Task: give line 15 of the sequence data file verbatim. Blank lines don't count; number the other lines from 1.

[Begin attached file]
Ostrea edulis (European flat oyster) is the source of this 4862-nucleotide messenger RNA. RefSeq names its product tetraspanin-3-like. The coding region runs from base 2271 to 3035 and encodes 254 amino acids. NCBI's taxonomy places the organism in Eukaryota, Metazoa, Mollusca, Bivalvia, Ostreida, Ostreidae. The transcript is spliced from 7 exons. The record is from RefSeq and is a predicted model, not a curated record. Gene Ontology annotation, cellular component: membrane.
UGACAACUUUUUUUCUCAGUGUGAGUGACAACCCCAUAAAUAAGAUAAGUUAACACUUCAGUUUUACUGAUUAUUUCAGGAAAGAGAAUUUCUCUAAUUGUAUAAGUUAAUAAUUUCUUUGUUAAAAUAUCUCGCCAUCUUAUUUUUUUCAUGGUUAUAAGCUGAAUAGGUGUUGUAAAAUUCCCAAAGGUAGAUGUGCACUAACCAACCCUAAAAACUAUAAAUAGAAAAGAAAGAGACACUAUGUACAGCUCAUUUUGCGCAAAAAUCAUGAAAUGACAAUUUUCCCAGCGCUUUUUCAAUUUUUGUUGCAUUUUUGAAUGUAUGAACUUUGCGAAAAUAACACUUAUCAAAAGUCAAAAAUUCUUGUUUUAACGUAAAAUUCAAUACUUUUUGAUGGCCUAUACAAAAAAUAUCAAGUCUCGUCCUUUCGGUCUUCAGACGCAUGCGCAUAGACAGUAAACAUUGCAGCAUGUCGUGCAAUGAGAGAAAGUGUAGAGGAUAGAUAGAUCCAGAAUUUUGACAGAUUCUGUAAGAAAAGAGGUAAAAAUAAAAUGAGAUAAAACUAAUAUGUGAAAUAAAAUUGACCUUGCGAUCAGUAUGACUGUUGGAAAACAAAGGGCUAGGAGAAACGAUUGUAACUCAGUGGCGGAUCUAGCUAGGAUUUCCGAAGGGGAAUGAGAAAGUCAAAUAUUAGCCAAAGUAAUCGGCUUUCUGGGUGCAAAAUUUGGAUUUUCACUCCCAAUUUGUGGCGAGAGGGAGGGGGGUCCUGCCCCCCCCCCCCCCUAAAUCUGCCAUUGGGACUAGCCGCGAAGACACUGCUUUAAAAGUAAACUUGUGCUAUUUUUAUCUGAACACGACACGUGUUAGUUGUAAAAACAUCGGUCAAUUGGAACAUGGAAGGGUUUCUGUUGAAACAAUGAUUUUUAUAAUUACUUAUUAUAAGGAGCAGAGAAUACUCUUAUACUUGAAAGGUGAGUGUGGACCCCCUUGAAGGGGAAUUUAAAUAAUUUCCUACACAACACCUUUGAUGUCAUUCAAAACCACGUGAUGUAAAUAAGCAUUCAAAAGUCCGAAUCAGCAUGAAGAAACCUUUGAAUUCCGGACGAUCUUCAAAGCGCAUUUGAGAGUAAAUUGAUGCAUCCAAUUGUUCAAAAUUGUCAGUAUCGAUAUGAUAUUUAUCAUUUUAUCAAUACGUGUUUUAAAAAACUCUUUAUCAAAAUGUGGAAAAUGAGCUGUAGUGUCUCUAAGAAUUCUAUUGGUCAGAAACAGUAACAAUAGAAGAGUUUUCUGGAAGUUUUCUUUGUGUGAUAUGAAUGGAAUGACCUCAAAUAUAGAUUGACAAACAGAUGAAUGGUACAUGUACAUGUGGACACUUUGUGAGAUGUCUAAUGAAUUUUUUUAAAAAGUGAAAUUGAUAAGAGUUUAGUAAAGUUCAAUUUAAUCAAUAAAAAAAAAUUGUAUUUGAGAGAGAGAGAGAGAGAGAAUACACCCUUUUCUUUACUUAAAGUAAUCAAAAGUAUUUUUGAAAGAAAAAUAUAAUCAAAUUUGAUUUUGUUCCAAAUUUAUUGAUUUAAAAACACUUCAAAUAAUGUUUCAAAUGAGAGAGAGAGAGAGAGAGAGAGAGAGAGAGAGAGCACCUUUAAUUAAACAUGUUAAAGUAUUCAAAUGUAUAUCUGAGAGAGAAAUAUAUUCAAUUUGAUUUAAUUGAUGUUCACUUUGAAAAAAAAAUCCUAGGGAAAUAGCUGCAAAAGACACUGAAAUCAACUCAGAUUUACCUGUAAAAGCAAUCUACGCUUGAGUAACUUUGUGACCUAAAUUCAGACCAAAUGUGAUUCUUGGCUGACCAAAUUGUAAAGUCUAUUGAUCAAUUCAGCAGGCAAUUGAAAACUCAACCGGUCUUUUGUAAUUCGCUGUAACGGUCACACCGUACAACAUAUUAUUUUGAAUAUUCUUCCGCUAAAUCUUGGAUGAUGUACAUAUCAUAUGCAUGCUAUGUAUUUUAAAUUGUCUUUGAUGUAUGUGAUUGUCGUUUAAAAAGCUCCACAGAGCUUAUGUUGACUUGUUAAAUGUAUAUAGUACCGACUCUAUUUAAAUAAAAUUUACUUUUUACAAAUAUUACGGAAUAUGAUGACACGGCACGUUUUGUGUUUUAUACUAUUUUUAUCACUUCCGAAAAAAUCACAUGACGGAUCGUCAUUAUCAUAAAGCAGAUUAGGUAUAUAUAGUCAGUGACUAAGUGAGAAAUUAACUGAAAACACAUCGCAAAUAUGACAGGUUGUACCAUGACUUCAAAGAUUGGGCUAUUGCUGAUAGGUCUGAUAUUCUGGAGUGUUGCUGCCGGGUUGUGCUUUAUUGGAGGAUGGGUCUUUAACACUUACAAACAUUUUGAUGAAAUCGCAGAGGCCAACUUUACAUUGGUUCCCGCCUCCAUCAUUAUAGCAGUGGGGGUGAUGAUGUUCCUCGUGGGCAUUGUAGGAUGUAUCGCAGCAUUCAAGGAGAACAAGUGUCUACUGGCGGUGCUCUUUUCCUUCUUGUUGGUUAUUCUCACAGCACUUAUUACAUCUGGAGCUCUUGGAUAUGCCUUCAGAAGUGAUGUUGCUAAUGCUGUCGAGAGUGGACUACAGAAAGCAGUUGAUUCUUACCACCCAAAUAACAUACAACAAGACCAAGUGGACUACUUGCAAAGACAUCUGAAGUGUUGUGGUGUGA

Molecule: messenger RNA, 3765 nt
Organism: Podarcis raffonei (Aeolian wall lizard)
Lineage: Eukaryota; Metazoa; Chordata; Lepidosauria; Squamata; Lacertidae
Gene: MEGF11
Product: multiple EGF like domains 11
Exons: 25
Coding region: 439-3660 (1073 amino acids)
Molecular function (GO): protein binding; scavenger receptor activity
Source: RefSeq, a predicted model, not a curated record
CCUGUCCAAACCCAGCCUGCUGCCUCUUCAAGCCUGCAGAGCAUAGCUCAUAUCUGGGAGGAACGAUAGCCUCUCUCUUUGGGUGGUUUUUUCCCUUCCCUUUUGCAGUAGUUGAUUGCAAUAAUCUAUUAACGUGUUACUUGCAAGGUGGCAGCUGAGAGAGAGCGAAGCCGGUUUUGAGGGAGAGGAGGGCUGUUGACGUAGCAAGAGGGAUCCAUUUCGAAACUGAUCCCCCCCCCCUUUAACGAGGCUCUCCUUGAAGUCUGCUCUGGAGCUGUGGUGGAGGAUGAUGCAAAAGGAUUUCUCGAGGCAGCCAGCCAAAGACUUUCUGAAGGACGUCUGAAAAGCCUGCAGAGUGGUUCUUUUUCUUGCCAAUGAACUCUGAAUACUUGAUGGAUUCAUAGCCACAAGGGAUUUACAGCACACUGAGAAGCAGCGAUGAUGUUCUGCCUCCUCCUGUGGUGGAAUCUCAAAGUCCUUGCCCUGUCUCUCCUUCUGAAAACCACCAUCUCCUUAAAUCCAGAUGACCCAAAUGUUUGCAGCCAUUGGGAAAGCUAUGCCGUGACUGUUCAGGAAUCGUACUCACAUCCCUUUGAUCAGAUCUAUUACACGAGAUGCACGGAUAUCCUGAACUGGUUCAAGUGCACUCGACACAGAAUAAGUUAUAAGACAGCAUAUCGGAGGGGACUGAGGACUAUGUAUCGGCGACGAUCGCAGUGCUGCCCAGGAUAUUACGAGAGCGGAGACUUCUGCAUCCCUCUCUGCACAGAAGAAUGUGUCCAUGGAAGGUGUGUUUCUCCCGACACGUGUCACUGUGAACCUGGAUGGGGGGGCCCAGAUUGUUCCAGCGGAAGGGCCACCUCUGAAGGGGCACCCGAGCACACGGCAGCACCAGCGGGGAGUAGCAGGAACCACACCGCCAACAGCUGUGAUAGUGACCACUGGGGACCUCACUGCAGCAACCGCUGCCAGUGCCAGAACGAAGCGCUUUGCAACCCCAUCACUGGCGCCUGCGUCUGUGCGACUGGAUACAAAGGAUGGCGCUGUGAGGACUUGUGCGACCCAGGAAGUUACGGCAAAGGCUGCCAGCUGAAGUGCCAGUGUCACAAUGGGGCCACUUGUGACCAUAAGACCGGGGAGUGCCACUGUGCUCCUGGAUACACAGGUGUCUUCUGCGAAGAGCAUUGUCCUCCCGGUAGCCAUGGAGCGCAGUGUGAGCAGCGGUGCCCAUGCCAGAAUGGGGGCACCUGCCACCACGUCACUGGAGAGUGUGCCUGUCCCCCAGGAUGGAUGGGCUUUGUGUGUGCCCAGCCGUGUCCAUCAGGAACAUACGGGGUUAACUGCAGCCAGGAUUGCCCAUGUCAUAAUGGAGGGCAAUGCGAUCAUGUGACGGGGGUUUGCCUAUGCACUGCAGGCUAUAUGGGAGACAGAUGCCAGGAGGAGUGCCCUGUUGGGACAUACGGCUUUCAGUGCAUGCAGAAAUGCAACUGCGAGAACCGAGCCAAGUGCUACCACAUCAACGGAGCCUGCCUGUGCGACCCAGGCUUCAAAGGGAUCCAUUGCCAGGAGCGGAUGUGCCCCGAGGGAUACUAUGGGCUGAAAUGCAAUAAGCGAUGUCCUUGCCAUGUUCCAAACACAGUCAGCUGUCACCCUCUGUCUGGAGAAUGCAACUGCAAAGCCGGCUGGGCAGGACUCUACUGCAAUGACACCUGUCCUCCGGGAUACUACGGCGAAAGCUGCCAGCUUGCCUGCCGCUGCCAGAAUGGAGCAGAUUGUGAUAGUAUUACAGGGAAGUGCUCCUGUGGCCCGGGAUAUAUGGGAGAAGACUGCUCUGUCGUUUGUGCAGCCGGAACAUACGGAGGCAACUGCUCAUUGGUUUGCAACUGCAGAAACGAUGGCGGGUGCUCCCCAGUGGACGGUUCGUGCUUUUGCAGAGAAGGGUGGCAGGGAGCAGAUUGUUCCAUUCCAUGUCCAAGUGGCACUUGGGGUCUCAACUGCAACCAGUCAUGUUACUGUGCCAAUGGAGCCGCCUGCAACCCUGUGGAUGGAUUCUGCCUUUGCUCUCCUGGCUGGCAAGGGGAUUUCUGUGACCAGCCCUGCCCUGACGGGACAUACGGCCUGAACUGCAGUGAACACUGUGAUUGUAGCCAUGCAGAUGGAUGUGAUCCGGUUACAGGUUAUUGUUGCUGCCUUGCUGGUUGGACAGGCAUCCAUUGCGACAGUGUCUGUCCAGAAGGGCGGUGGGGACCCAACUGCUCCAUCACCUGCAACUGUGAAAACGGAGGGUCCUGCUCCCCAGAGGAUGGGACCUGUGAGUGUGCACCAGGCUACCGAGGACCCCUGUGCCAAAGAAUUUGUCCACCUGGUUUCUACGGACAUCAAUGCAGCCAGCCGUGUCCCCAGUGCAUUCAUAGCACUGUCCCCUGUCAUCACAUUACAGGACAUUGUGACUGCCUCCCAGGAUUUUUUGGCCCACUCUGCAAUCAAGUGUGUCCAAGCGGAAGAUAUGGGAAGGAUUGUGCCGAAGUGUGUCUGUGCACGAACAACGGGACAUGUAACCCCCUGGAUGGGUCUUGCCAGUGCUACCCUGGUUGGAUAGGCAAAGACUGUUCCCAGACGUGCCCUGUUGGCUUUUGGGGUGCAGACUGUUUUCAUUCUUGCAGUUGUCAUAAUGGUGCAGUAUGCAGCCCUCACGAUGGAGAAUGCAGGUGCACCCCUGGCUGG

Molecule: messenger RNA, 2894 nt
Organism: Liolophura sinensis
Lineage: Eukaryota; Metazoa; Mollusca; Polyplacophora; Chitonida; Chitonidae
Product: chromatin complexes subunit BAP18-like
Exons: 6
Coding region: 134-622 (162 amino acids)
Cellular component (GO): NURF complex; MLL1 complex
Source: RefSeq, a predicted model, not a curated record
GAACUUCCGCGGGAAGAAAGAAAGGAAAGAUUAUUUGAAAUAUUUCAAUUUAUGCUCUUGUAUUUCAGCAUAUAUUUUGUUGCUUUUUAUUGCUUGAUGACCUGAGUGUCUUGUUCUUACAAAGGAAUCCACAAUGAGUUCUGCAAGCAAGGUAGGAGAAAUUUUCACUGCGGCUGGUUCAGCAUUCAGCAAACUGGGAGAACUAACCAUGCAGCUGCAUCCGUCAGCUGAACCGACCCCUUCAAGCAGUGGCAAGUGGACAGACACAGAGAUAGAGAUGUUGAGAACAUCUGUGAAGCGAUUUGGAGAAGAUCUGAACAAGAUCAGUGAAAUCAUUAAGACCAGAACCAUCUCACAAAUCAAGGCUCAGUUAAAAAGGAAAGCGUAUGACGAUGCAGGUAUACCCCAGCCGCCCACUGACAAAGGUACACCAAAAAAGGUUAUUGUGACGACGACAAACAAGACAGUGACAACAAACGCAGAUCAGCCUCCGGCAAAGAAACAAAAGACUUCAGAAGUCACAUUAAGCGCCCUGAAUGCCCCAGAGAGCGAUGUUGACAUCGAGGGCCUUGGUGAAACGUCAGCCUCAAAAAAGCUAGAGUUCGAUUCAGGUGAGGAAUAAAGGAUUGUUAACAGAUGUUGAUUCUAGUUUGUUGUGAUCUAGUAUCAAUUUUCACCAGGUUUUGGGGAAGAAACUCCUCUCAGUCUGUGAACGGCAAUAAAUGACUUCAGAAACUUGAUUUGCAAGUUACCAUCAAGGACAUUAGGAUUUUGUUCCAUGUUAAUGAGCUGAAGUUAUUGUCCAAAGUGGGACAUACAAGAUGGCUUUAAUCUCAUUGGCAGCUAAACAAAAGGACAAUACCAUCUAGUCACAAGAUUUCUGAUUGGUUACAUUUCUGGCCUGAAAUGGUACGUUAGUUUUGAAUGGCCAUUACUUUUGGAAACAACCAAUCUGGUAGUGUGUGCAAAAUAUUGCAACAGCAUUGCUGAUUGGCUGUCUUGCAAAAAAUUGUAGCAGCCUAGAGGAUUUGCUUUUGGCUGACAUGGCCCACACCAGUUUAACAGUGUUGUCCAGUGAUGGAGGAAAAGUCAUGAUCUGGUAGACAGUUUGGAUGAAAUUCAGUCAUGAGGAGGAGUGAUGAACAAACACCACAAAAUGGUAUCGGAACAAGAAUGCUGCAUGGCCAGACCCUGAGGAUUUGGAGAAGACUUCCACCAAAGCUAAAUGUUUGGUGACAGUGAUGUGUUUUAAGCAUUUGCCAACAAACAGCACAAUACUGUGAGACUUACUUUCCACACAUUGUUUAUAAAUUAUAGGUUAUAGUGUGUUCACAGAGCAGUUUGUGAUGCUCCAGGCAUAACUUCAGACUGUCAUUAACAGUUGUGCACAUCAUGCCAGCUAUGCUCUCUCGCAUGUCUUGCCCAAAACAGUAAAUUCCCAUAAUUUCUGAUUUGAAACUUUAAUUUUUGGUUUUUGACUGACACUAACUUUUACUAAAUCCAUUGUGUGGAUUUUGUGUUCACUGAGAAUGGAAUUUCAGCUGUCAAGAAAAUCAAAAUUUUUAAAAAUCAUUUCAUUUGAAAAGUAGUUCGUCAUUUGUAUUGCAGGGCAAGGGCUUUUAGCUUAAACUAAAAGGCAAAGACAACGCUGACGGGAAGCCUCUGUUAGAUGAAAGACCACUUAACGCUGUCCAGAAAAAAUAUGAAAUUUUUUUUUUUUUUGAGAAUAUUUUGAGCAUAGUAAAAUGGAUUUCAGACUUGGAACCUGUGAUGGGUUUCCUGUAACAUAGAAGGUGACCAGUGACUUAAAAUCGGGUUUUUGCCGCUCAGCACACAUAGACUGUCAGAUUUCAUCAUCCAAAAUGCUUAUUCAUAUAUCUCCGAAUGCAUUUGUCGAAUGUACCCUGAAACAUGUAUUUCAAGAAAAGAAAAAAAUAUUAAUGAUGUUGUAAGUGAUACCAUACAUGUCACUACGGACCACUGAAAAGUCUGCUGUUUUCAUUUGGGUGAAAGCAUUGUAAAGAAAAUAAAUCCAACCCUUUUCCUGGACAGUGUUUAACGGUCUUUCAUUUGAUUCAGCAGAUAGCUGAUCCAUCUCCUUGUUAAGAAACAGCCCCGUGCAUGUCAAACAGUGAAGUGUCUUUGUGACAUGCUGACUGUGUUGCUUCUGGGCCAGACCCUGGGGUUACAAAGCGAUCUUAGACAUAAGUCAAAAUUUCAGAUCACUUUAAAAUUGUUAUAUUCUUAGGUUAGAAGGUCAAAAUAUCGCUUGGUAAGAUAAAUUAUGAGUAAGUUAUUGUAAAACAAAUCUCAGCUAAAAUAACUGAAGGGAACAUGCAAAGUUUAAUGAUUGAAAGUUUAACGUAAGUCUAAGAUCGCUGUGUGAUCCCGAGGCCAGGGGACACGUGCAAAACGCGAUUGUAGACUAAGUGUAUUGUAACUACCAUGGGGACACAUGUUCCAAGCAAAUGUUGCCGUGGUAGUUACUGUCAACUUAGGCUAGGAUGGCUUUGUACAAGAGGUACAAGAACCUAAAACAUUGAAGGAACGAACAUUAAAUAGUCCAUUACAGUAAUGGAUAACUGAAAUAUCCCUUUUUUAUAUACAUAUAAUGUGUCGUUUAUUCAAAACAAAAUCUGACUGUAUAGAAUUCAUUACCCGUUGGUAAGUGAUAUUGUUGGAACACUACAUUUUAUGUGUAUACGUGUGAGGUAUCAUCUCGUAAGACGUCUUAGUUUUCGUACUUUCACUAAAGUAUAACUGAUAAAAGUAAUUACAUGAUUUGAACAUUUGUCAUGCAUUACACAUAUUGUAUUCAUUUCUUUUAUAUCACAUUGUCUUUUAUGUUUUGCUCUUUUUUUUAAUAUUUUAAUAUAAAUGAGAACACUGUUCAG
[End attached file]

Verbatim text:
Lineage: Eukaryota; Metazoa; Mollusca; Polyplacophora; Chitonida; Chitonidae